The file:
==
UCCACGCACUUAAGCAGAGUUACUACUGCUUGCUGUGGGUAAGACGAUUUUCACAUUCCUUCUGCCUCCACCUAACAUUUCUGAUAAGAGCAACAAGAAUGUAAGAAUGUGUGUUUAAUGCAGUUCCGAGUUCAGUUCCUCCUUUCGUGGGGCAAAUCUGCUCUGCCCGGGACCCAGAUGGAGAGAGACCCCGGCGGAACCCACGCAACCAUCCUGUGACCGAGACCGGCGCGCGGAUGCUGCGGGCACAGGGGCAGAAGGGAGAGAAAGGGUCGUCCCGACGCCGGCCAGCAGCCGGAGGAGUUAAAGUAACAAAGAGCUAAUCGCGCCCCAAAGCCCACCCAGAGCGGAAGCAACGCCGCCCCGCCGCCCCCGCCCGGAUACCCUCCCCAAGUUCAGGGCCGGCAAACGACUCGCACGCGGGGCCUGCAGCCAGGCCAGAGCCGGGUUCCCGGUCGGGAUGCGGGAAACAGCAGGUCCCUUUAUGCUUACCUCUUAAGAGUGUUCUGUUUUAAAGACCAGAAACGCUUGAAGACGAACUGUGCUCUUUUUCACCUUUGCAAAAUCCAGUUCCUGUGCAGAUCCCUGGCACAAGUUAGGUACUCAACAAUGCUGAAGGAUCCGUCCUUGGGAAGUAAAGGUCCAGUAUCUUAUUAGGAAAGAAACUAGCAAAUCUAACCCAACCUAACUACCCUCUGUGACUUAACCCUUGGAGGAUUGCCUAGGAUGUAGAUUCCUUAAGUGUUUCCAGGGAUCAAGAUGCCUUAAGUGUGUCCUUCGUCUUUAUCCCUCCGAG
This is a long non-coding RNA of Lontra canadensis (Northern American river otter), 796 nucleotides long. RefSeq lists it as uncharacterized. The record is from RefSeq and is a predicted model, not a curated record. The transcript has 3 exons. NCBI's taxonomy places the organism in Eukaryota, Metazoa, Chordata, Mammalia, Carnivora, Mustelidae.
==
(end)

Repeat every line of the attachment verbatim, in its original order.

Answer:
UCCACGCACUUAAGCAGAGUUACUACUGCUUGCUGUGGGUAAGACGAUUUUCACAUUCCUUCUGCCUCCACCUAACAUUUCUGAUAAGAGCAACAAGAAUGUAAGAAUGUGUGUUUAAUGCAGUUCCGAGUUCAGUUCCUCCUUUCGUGGGGCAAAUCUGCUCUGCCCGGGACCCAGAUGGAGAGAGACCCCGGCGGAACCCACGCAACCAUCCUGUGACCGAGACCGGCGCGCGGAUGCUGCGGGCACAGGGGCAGAAGGGAGAGAAAGGGUCGUCCCGACGCCGGCCAGCAGCCGGAGGAGUUAAAGUAACAAAGAGCUAAUCGCGCCCCAAAGCCCACCCAGAGCGGAAGCAACGCCGCCCCGCCGCCCCCGCCCGGAUACCCUCCCCAAGUUCAGGGCCGGCAAACGACUCGCACGCGGGGCCUGCAGCCAGGCCAGAGCCGGGUUCCCGGUCGGGAUGCGGGAAACAGCAGGUCCCUUUAUGCUUACCUCUUAAGAGUGUUCUGUUUUAAAGACCAGAAACGCUUGAAGACGAACUGUGCUCUUUUUCACCUUUGCAAAAUCCAGUUCCUGUGCAGAUCCCUGGCACAAGUUAGGUACUCAACAAUGCUGAAGGAUCCGUCCUUGGGAAGUAAAGGUCCAGUAUCUUAUUAGGAAAGAAACUAGCAAAUCUAACCCAACCUAACUACCCUCUGUGACUUAACCCUUGGAGGAUUGCCUAGGAUGUAGAUUCCUUAAGUGUUUCCAGGGAUCAAGAUGCCUUAAGUGUGUCCUUCGUCUUUAUCCCUCCGAG
This is a long non-coding RNA of Lontra canadensis (Northern American river otter), 796 nucleotides long. RefSeq lists it as uncharacterized. The record is from RefSeq and is a predicted model, not a curated record. The transcript has 3 exons. NCBI's taxonomy places the organism in Eukaryota, Metazoa, Chordata, Mammalia, Carnivora, Mustelidae.